Library restructures staff

University Librarian Susan Gibbons began restructuring personnel in August.
University Librarian Susan Gibbons began restructuring personnel in August. Photo by YDN .

Library staff knew Yale would bring a new University librarian to campus this academic year, but some were surprised to find their own roles in the library changed.

For the first time in over 10 years, the library is undergoing a major reorganization of personnel in an effort to centralize library services. Since August, the responsibilities of about a dozen librarians have increased, while another dozen now report to different managers, University librarian Susan Gibbons said. The restructuring will fill vacant positions left empty during the economic downturn, and add new jobs the library now needs, such as a chief technology officer.

“[The new structure aims to] bring together people who are doing similar functions that were before spread across the organization,” Gibbons said. “We’re adding positions that are new to the library to think more about providing better access to the physical and digital collections.”

The restructuring is Gibbons’ first major project as University librarian since she started the job in July. Three different leaders cycled through the University library since January 2010, due in part to the unexpected death of University librarian Frank Turner on Nov. 11, 2010. Turner had been named to the position after serving as an interim University librarian for almost a year. After he died of a pulmonary embolism, former Graduate School Dean Jon Butler assumed interim librarian duties until Gibbons stepped into the role.

Gibbons said it is difficult for a library to recruit staff when job candidates do not know who will eventually lead the organization. Still, she said that most of the personnel changes so far have been internal promotions. For example, starting in January, Social Science Library Director Jill Parchuck will serve as the head of science libraries as well, which Gibbons said correlates with the merger of the social science and biology libraries.

Internal promotions hold special significance for Gibbons, who started at the University of Rochester in 2000 as a part-time employee. Over the next eight years, she climbed the ranks to become dean of libraries in March 2008.

“I benefited from being promoted from within. People gave me chances to grow,” Gibbons said. “I first always want to find the talent that’s within.”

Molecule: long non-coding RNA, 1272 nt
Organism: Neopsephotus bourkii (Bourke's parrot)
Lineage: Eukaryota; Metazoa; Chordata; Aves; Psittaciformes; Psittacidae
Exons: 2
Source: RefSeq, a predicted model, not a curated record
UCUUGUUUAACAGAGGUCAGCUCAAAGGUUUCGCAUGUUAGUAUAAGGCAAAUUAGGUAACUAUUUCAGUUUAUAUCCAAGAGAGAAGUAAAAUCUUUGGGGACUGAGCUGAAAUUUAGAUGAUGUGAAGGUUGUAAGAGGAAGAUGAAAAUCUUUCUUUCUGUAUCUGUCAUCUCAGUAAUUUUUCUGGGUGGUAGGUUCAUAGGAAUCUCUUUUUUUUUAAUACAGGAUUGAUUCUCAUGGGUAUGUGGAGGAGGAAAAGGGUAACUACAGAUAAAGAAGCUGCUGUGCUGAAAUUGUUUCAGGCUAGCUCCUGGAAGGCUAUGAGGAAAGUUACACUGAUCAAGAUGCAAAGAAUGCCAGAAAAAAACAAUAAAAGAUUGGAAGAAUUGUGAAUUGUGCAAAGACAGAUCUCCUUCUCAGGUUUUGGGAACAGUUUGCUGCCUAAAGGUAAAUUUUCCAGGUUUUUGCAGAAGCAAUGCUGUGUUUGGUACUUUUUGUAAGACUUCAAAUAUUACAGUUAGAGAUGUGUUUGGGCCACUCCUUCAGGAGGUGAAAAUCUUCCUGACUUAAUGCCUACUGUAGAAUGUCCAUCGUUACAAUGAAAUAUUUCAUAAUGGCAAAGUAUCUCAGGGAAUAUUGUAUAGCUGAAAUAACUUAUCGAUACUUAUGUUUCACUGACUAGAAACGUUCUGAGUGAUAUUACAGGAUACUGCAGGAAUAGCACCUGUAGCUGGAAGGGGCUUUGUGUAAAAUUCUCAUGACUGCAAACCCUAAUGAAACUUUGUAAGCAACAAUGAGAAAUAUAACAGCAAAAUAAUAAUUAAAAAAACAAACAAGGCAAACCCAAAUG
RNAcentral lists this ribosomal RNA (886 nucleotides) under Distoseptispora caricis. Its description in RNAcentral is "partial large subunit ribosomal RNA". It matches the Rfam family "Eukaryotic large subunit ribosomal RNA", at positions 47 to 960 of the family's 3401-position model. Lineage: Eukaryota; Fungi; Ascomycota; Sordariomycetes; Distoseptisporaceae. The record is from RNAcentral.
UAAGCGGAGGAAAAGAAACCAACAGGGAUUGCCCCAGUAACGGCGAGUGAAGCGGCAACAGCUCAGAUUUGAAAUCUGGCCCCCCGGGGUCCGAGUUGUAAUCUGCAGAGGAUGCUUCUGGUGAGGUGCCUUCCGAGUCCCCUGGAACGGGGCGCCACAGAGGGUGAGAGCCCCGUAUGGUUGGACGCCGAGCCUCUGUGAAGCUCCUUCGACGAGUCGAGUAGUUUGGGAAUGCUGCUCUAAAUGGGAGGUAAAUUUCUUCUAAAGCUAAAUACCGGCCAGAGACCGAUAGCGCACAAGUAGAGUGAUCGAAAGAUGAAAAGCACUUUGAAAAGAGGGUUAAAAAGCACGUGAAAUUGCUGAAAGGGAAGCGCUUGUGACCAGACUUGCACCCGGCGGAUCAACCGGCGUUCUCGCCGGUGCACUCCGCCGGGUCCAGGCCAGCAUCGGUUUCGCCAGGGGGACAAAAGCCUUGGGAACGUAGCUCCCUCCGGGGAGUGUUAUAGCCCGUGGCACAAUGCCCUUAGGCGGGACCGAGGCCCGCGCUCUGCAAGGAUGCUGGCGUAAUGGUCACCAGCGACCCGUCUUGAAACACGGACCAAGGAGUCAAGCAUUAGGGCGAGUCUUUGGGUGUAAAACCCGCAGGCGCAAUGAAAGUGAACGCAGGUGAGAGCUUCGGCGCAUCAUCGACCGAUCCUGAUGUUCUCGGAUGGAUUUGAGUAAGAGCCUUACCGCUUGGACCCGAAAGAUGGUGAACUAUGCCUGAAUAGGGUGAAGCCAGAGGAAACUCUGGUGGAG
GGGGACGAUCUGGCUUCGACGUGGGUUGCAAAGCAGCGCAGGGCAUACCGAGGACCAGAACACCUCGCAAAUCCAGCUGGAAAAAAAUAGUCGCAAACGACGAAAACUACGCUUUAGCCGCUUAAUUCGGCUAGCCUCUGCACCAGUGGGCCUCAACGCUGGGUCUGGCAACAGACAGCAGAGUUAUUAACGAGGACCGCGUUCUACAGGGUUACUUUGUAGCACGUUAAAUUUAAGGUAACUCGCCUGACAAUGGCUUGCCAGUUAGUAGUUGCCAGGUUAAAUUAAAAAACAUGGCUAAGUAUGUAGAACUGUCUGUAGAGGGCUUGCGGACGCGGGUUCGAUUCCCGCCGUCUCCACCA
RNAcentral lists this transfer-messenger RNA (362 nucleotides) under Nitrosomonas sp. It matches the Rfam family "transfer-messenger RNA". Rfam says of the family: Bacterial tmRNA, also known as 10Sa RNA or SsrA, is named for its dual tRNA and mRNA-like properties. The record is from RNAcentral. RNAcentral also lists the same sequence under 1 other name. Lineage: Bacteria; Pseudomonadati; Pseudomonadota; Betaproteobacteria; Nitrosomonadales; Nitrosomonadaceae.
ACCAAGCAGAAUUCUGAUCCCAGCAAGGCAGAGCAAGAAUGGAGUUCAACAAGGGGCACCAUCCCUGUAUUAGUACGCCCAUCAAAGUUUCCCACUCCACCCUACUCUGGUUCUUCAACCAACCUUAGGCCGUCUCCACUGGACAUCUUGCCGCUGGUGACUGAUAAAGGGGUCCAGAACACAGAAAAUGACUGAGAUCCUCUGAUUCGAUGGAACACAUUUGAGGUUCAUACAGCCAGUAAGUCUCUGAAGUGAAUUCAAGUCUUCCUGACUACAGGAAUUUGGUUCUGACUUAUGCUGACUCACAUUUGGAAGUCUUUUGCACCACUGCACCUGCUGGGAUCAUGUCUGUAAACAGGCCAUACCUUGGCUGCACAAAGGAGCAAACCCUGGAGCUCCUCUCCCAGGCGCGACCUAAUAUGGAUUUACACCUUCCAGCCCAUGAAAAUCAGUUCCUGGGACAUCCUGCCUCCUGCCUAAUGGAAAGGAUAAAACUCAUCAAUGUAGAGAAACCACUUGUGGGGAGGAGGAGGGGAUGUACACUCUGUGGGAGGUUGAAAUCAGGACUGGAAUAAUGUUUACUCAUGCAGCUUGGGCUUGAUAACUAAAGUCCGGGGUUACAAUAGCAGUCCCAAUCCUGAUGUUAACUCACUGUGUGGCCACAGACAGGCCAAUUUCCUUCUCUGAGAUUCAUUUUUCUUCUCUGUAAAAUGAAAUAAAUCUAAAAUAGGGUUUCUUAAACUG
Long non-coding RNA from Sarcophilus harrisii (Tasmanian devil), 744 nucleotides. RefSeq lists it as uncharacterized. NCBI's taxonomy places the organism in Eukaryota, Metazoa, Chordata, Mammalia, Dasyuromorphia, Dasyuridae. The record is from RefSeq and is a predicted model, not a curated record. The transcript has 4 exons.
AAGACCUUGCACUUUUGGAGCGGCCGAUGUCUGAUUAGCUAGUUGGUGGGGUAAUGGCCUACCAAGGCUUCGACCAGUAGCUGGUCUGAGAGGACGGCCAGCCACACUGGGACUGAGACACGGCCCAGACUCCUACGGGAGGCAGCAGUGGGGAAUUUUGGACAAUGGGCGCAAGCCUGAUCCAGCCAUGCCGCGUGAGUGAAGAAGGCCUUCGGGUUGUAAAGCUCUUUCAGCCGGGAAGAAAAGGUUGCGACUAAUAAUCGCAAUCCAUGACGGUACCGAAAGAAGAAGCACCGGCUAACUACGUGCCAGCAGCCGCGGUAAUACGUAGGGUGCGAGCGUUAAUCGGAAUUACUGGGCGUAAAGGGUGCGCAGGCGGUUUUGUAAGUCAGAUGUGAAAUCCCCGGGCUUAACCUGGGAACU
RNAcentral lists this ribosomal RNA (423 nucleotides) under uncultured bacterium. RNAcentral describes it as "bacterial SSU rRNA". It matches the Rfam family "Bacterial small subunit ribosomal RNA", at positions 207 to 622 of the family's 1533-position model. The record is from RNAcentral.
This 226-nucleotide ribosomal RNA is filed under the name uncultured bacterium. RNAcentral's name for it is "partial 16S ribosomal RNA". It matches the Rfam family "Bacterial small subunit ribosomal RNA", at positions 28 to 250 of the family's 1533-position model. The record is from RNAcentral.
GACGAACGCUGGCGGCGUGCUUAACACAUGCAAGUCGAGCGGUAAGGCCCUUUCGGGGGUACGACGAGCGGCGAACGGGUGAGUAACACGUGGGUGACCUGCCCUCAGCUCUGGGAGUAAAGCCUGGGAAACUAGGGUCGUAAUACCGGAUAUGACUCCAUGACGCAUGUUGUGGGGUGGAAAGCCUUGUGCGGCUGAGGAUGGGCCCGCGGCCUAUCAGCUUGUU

In the case of the new chief technology officer position, Gibbons said she will likely hire a candidate from outside the University library as no one on her staff has the skills necessary for the job.

This week, the library posted its job listing for the position. The officer will be tasked with identifying relevant emerging technologies the library could use and determining which infrastructure elements the library should outsource. According to the job description, the new officer will lead library information technology staff as they develop their budget, Web strategies and large-scale projects.

Gibbons added that the chief technology officer will help oversee digitization projects. The last librarian in this role left the University after Microsoft terminated its online books collaboration with Yale.

Daniel Dollar, head of collection development for the University library, said he thinks the new chief technology officer will help streamline the library’s collaboration with Information Technology Services.

Some of the other structural changes in the library come in response to the departure of Ann Okerson, former associate University librarian and director of library collections. After Okerson stepped down in August, the library was left with five associate librarians.

Dollar has taken on Okerson’s responsibilities in the collections department, but Okerson’s staff members now report to other associate university librarians. Dollar, who also continues to work as a manager of the medical school library, said the position is an opportunity for him to work with subject specialists, area curators and departments across the University library.

The reorganization, he said, represents a shift toward a more centralized system that will provide uniform services across the library.

“The key thing for all of us is that our [current] collection spending meets current teaching and research needs,” Dollar said. “Certain things we just need to standardize more.”

Dollar said he hopes to find ways for the library to expand its online collections within its current budget.

Roberta Pilette, director of library preservation, said her position has not changed, although she now reports to E.C. Schroeder, associate University librarian and director of the Beinecke Rare Books & Manuscripts Library. Schroeder has taken on more responsibility across the University library system as a result of restructuring, Gibbons said.

Though staff might have felt more ownership over their departments and collections under the old, decentralized model, Pilette said the centralized system has its advantages.

“You don’t have various people throughout doing duplicated operations and you also have an easier time making sure that certain policies and procedures are constantly applied,” she said. “People for the most part are very pleased with the changes that are being made.”

The University library employs more than 500 staff.

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